Named for the slick Corvette and elegant Bel Air, the Chevrolet Corvair has a storied history. With its appearance in January of 1960, it was apparent that Chevrolet’s then-General Manager Ed Cole had put his heart into this car. It was (and still is) the only American-designed, mass-produced passenger car with a rear-mounted, air-cooled engine, and it was widely advertised to appeal to a variety of buyers in two- and four-door versions.
The second generation of the Corvair (starting in 1965) included a rear-mounted 2.7L flat-six engine that hauled nicely. Jeff Moore of The Automotive Archeologists took that a step further, reportedly investing $100,000 into a 1965 Chevy Corvair Super Stinger to turn it into a 385-hp LS6-stuffed beast. All 2,850 pounds of it will cross the auction block at Mecum Auction’s Orlando, Florida event at the end of this month, and it should command much more than that number.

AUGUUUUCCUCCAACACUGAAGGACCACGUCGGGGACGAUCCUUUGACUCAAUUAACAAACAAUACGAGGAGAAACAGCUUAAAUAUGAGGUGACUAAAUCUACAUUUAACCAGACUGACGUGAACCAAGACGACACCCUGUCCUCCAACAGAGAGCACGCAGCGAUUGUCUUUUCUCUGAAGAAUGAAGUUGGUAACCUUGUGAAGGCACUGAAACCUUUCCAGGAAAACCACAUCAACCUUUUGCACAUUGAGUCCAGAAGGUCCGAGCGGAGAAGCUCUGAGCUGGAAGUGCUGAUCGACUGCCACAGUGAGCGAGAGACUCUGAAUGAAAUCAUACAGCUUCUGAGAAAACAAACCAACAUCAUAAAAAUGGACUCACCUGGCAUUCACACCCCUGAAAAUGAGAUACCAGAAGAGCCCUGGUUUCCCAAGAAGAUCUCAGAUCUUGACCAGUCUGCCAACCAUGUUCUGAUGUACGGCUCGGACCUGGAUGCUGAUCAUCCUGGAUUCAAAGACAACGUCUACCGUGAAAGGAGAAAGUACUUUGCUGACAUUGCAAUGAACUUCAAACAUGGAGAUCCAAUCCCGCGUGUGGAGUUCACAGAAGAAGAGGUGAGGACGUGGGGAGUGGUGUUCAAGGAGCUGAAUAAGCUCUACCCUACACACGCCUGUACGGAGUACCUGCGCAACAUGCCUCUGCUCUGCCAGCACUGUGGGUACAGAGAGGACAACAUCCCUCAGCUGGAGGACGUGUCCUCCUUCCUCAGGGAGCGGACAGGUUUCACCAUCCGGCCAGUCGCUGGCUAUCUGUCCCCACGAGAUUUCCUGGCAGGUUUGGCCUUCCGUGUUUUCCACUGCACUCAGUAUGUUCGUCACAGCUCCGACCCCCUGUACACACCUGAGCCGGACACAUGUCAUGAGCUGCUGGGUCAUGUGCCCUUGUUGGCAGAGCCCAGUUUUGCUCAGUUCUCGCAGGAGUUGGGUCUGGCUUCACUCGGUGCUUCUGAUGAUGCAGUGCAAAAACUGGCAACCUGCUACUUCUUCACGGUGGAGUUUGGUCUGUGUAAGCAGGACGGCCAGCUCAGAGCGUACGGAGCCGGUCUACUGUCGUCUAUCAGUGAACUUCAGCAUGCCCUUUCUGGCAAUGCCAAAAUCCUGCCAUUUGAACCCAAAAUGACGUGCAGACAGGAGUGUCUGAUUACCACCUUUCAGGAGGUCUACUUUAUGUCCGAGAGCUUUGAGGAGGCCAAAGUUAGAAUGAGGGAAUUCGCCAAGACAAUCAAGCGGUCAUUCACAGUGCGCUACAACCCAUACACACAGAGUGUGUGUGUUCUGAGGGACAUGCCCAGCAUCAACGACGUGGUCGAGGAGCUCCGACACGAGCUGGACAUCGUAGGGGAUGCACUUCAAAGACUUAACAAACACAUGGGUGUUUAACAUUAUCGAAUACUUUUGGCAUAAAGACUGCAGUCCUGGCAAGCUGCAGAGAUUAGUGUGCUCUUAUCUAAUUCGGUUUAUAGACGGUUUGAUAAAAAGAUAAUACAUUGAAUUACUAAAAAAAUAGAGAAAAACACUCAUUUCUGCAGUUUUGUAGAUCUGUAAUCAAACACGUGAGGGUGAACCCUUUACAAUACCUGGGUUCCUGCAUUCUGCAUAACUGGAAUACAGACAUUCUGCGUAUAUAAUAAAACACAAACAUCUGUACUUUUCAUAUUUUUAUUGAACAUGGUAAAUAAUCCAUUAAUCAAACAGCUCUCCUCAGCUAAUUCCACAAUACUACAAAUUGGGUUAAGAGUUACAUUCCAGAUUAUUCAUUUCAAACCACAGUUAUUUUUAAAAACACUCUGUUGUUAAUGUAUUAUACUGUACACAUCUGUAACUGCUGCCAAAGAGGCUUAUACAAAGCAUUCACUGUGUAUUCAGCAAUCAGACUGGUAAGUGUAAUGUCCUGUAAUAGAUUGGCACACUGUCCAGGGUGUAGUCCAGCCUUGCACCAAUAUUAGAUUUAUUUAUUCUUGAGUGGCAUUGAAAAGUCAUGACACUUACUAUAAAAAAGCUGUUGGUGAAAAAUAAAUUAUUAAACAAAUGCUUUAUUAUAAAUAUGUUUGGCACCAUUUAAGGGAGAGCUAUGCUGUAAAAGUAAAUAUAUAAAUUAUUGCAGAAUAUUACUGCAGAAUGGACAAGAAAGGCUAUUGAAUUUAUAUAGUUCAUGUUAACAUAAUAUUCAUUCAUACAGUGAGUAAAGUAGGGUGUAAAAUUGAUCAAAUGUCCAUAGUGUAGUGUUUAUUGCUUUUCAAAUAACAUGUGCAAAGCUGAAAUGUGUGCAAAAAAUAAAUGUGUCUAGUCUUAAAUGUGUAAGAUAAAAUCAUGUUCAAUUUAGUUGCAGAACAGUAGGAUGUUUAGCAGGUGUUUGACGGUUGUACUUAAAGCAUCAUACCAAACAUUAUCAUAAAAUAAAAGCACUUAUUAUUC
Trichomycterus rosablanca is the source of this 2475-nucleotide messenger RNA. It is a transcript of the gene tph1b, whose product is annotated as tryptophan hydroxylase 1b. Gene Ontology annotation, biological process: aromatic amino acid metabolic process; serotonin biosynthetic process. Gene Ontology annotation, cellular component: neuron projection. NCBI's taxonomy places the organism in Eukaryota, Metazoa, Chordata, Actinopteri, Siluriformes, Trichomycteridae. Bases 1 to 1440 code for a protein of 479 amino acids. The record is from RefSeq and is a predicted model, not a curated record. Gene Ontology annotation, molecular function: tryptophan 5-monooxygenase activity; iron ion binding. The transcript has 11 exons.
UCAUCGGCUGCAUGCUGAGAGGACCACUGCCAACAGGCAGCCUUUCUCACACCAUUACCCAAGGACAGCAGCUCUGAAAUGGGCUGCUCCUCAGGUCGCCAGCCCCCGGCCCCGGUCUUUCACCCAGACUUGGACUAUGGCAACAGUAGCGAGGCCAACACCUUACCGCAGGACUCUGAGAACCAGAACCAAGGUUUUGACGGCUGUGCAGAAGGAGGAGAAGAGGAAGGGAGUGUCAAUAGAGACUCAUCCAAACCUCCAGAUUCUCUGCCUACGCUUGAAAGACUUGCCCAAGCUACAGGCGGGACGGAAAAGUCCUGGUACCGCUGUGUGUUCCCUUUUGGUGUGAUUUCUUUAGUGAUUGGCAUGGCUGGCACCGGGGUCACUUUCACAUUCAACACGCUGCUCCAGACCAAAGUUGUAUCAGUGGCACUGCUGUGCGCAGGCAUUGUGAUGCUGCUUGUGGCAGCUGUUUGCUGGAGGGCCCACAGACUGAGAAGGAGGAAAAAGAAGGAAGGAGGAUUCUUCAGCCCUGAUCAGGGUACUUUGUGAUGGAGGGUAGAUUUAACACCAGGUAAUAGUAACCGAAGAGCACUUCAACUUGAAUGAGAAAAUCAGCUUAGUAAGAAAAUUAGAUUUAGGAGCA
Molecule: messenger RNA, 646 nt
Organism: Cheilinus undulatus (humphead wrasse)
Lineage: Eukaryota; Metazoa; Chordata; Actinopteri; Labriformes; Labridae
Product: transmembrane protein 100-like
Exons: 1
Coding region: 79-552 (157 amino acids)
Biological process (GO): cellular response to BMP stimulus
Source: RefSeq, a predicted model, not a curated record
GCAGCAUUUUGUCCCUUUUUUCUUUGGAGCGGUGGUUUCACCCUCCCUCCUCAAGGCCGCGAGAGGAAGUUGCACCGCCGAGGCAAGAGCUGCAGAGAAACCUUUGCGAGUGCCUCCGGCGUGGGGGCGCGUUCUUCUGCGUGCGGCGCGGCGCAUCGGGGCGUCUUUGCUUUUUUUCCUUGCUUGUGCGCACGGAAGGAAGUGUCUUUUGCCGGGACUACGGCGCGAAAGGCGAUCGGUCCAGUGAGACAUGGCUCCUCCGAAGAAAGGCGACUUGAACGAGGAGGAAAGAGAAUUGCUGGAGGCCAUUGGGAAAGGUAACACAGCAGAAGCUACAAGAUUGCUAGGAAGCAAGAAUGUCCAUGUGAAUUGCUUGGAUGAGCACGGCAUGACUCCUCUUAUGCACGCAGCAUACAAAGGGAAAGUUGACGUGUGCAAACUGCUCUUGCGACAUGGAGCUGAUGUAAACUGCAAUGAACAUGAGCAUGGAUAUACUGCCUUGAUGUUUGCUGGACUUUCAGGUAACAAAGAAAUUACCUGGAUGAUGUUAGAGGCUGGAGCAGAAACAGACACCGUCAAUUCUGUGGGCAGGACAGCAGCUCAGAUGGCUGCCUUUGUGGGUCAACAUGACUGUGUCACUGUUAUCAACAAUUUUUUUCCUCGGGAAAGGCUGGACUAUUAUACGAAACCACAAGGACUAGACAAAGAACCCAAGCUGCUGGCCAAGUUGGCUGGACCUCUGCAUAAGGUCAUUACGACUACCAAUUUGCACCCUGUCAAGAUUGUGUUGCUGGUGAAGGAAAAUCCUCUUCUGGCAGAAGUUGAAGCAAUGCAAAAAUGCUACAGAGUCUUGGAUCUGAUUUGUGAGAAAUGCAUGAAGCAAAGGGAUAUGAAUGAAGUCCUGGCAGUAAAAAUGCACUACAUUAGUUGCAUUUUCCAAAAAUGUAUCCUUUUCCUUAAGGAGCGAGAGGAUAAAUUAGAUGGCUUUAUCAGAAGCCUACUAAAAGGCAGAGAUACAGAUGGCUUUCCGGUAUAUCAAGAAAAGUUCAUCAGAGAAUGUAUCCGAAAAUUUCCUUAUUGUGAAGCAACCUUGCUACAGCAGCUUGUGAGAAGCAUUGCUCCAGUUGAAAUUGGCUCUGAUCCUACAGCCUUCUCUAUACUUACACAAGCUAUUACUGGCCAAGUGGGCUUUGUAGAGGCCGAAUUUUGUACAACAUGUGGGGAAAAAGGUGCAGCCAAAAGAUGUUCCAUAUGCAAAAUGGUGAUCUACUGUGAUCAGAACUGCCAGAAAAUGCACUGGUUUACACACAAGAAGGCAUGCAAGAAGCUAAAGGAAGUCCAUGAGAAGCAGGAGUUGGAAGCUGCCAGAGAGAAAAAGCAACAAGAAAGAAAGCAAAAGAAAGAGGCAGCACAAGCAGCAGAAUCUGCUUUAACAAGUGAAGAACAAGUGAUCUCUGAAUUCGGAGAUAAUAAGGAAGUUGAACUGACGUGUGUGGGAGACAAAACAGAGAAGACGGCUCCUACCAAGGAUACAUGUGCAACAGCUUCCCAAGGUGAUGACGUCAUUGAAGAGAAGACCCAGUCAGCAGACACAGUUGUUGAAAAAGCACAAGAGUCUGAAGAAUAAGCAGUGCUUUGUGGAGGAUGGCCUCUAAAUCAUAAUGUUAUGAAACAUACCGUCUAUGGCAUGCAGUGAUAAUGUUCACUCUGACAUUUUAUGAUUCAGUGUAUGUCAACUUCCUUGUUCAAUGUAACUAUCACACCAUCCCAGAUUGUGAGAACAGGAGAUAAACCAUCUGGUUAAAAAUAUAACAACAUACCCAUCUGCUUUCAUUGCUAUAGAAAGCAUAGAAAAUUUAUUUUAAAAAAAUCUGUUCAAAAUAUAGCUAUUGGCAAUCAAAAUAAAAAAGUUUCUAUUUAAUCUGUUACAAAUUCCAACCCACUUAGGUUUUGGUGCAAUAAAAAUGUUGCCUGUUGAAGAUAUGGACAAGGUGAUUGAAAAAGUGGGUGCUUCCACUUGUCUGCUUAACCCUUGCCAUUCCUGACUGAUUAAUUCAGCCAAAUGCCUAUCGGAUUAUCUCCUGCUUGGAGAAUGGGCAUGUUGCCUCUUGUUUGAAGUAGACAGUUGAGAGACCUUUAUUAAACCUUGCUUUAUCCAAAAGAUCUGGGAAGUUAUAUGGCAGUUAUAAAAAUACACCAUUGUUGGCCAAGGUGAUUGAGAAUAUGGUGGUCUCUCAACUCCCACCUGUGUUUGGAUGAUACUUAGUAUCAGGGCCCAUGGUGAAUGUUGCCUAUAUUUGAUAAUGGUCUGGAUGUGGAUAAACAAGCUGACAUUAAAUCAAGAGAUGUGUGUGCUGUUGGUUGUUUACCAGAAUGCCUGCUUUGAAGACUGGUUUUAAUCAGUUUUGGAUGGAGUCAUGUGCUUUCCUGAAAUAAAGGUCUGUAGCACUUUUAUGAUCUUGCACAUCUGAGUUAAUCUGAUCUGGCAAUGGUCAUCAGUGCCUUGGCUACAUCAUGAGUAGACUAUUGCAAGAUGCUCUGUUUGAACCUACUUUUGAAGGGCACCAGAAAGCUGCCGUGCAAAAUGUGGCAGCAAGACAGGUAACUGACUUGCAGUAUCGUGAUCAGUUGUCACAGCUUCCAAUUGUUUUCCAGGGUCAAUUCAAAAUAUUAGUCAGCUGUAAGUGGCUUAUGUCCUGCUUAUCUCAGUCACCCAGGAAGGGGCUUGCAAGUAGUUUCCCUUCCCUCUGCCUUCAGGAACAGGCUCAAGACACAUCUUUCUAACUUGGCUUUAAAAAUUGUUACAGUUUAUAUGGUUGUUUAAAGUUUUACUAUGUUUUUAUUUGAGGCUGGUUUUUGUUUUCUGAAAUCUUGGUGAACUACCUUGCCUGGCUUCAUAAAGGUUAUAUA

An early ad for the Chevrolet Corvair proclaimed it was “the only American car with an airplane-type horizontal engine.” Dubbed “the American Porsche 911” by some, the Corvair was designed to be a lightweight, sporty car that was fun to drive. It gained a boatload of negative publicity with Ralph Nader’s whistleblower book Unsafe at Any Speed, which debuted in 1965. But by the time the book was released, the 1965 model had launched with the safety concerns addressed. By 1969, the Corvair faded away.
This particular Corvair is better than any that were available back then, as it contains the LS V8 from Moore’s 2001 Corvette Z06 SCCA T1 race car. As reported by GM Authority, Moore fabricated a custom firewall to separate the seats from the engine and positioned the LS6 just behind it, which helped to attain a 50/50 weight distribution. Then he topped it off with a hinged plexiglass cover to allow access to the powerplant.